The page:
That day is marked in my memory as the start of Sam’s career in freestyle and mine in worrying. This constant winter-time stress is similar to a chain of Christmas lights- during the day they are unnoticed, but in the darkness they constantly flicker in the background: Sam hurt, Sam, Sam hurt. My nightmares focus on enveloping white sheets that absorb expensive scarlet spilt until the rusted metal is all that is left of my brother and his aspiration. But how can I be upset about the danger he puts himself in when he is pursuing what he loves?

After the incident I had to tear apart some beliefs I had been unconsciously fabricating for most of my life. I had routinely heard about the false mindset teenagers held about risks, but thought I was different. I was an acquaintance of death, having attended the funerals of elderly distant relatives. But I too was shielded as I grew to believe that only the old and prepared could die. My fairytale world caved when I saw Sam susceptible to injury, but only reality has taught me an inkling of the concept of death. And though I still deny thoughts of danger when I am feeling weak, I am beginning to see that people fall every day. They fall because they took risks, because they were at the wrong place at the wrong time, because someone omniscient knew they were one of the few strong enough to get up again, or for reasons I will never contemplate.

I am just as confident in Sam as I was before his crash, but now I hold a different conviction. I used to be sure Sam could not break: now I believe that when he does, he will do his best to get back up again. I watch him through the window as he practices on the rail he built in our backyard. I admire his perseverance so much; he spends hours falling on his butt, and a week later has the trick down cold. He never wastes time anymore. When there is snow, he is skiing. I understand what he feels, and hope I have the strength to pursue my passion, writing, like he does skiing. He inspires me to do something that matters in the world and persist in following what I care about. Often when I am just “hanging out”, he is on the mountain, satiating his dream with a community of people who are dedicated like him. My world would collapse if the nightmares came true, but the rest of the world would keep living, experiencing, doing. Sam is finding the adventures worth taking chances for, and I am so proud of him for showing me that the world is not waiting for me to learn how to live life.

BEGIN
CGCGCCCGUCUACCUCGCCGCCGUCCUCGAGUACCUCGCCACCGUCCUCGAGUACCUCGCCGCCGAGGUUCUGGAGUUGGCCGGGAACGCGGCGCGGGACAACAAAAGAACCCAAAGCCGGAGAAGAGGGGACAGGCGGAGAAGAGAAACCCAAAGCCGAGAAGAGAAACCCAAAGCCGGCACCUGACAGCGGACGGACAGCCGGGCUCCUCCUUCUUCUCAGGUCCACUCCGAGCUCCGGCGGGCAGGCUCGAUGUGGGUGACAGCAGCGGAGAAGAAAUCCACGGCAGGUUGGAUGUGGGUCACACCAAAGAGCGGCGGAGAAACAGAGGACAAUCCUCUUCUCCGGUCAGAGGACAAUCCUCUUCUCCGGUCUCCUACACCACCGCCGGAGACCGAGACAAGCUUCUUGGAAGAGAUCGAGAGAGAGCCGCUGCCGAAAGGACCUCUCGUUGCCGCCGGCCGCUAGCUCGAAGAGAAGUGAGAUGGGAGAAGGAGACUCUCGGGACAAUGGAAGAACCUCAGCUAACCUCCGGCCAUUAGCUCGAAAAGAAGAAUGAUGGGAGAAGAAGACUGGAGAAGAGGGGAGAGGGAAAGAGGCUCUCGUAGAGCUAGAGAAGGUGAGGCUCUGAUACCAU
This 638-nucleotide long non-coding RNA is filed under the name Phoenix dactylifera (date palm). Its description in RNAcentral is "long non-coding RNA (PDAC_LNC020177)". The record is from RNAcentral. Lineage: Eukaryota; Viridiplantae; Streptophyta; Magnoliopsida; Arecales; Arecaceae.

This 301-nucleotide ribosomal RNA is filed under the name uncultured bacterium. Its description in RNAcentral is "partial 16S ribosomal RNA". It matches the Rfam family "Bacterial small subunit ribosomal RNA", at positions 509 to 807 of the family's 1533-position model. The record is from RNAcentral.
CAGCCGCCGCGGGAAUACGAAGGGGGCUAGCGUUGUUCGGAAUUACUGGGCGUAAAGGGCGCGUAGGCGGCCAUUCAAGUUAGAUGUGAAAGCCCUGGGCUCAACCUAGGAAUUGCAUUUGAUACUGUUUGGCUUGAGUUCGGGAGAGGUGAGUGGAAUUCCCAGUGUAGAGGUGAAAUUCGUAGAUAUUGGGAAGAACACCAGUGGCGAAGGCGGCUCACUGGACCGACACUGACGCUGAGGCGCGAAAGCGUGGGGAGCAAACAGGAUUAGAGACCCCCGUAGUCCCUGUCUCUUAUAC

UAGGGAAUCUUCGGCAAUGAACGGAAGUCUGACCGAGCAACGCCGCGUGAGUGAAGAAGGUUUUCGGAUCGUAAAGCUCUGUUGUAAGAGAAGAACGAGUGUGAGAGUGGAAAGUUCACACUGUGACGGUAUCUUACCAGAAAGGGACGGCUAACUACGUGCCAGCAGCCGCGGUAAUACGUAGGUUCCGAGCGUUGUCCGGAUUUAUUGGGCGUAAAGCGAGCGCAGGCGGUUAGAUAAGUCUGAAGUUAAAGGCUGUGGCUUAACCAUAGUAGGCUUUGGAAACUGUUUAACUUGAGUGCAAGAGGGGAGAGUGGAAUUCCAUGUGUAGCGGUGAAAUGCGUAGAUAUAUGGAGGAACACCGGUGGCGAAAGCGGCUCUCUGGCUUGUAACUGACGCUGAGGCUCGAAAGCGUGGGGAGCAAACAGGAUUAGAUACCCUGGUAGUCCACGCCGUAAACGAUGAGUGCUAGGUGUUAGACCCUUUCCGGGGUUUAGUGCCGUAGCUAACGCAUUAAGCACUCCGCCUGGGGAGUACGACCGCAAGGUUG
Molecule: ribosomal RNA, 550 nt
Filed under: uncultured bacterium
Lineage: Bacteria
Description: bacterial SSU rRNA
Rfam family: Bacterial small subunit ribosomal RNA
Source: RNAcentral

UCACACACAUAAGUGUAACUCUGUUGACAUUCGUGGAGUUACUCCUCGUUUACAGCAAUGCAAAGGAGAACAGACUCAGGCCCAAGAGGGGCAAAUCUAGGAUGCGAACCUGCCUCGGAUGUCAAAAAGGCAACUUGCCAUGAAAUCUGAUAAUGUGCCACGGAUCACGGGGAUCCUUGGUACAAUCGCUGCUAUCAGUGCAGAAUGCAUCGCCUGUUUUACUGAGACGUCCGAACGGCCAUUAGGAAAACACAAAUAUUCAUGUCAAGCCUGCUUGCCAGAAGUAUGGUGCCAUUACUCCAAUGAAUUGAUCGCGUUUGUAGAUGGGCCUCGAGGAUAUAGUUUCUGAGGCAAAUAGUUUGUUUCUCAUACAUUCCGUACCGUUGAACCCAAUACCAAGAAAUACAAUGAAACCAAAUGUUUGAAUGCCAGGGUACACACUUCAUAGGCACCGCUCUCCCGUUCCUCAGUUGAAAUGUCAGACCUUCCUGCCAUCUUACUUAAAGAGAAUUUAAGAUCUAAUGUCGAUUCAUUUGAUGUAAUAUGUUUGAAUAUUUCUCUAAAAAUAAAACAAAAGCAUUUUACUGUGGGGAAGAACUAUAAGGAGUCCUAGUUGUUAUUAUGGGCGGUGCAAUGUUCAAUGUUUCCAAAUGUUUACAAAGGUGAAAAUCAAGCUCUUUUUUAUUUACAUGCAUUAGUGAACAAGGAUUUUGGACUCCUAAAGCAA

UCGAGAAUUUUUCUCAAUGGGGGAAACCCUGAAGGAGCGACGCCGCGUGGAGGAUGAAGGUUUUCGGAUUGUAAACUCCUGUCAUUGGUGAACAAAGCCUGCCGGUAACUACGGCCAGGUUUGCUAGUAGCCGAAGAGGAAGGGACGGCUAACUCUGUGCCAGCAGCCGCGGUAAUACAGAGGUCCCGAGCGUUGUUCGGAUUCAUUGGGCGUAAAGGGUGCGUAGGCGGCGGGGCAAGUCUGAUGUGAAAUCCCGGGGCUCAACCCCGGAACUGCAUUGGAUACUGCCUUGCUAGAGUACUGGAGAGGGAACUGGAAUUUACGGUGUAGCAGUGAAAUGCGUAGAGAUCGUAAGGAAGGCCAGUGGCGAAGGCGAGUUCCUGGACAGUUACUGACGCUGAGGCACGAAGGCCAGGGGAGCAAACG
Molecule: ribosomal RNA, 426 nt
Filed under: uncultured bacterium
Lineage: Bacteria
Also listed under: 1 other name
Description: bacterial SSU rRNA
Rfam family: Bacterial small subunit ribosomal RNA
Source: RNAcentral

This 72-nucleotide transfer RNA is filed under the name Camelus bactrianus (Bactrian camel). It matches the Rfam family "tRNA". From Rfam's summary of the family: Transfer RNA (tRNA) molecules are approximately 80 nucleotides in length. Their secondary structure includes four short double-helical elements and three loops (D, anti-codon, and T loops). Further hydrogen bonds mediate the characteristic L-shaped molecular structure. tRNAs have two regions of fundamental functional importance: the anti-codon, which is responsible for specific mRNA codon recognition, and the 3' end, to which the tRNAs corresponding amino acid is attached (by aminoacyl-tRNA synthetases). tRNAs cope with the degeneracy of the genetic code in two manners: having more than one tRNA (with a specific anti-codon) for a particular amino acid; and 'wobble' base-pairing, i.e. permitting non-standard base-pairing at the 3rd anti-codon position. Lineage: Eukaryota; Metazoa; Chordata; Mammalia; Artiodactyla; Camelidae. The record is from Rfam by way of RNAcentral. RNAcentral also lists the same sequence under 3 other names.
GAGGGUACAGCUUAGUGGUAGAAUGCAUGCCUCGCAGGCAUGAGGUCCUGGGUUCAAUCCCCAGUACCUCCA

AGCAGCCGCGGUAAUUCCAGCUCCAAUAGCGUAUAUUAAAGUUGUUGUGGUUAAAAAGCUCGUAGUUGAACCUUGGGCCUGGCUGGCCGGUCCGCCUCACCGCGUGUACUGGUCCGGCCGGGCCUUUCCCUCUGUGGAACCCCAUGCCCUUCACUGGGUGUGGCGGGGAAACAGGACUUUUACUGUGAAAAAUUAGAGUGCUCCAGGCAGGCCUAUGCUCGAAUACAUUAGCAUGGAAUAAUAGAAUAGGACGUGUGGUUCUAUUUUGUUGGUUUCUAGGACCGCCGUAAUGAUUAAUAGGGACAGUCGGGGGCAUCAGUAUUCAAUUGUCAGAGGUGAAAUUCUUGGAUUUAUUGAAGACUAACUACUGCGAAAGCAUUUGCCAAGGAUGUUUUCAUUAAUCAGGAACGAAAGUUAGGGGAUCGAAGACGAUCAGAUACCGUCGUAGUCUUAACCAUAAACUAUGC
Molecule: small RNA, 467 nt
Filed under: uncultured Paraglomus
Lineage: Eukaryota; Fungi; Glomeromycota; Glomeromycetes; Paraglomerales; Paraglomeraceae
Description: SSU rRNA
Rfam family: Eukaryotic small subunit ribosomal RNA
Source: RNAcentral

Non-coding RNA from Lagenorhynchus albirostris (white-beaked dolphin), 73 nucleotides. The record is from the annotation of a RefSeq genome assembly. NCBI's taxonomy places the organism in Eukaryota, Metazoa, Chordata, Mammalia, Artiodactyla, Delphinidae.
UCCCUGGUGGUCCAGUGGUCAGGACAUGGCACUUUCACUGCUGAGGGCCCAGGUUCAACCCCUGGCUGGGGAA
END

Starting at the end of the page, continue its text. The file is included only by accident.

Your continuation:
I have realized and at last accepted why no other onlookers were openly concerned for Sam’s safety as he spun through the air: taking risks is part of his sport. I was a coward and child to think that if I skied away and didn’t see the danger, I could somehow keep him safe. Because surely he could only get hurt if I was there, right? I should have known better and stood by him. I cannot allow my fears to gnaw through the rope of my wits. My first step to maturing and supporting my brother is to trust that the joy he gets from freestyle skiing is worth the risk. Still, he often shows me a bruise covering his entire thigh, the traces of his day on the mountain, and it takes me back to that first day of free-styling. That memory creates a truth that propels me in every circumstance: Sam has chosen his passion and now I have to chase mine, perils and all. 

© 2010 Write4theSky

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Added on March 16, 2010
Last Updated on March 23, 2010




I appreciate edits. I hope my work can speak for itself. more..